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US governor: Woman is ‘alleged perpetrator’ in 4 slayings

August 9, 2015

BARRE, Vermont (AP) — A woman charged in the slaying of a social worker in the northeastern state of Vermont is also “the alleged perpetrator” of the deaths of three relatives whose bodies were found Saturday, Gov. Peter Shumlin said.

The three women found dead at a home Saturday morning were an aunt and two cousins of 40-year-old Jody Herring, the governor said at a news conference Saturday night after returning from vacation in Nova Scotia upon hearing of the deaths. Herring was arrested on a murder charge in the death of Lara Sobel.

Sobel was gunned down after work Friday outside a state office building in Barre. She handled a case for the state Department for Children and Families in which Herring lost custody of her 9-year-old daughter, authorities said.

Herring was in custody, pending an arraignment Monday. It wasn’t clear if she had a lawyer who could comment on her behalf.

“I think all Vermonters are as shocked, dismayed, horrified and grief-stricken as all of us are,” Shumlin said. “I cannot remember, in my lifetime, four people being murdered by the same alleged perpetrator.”

The governor said the investigation into the deaths of Herring’s relatives was ongoing and he declined to release any additional information. Police said at least two of the women appeared to have been shot.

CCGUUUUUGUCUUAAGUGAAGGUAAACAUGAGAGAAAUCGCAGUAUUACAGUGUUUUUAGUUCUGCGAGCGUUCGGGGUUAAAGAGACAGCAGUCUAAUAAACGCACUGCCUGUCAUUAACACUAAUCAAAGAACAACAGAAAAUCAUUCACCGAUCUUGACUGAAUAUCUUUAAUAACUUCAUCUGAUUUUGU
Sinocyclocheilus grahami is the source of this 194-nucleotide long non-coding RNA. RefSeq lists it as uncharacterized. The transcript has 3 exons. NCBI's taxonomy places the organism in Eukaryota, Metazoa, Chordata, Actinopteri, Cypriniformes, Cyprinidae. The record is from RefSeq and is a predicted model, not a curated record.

Shumlin and law enforcement officials stressed at the news conference that there was no reason to believe there was a continuing threat related to the incidents.

Authorities said Friday night that Sobel had just left an agency office on Friday afternoon when she was shot twice. The child remains in state custody, officials said.

Ken Schatz, the commissioner for the Department for Children and Families, called Sobel’s shooting “a heartbreaking tragedy.” He called Sobel “an experienced social worker. She had been providing public service for children and families for more than 14 years.”

Vermont’s child protection agency, like those in many other U.S. states, frequently comes under criticism: from parents for being too quick to remove children from homes in cases of alleged abuse and neglect, and from the public when children are left in the home and end up dying at the hands of family members.

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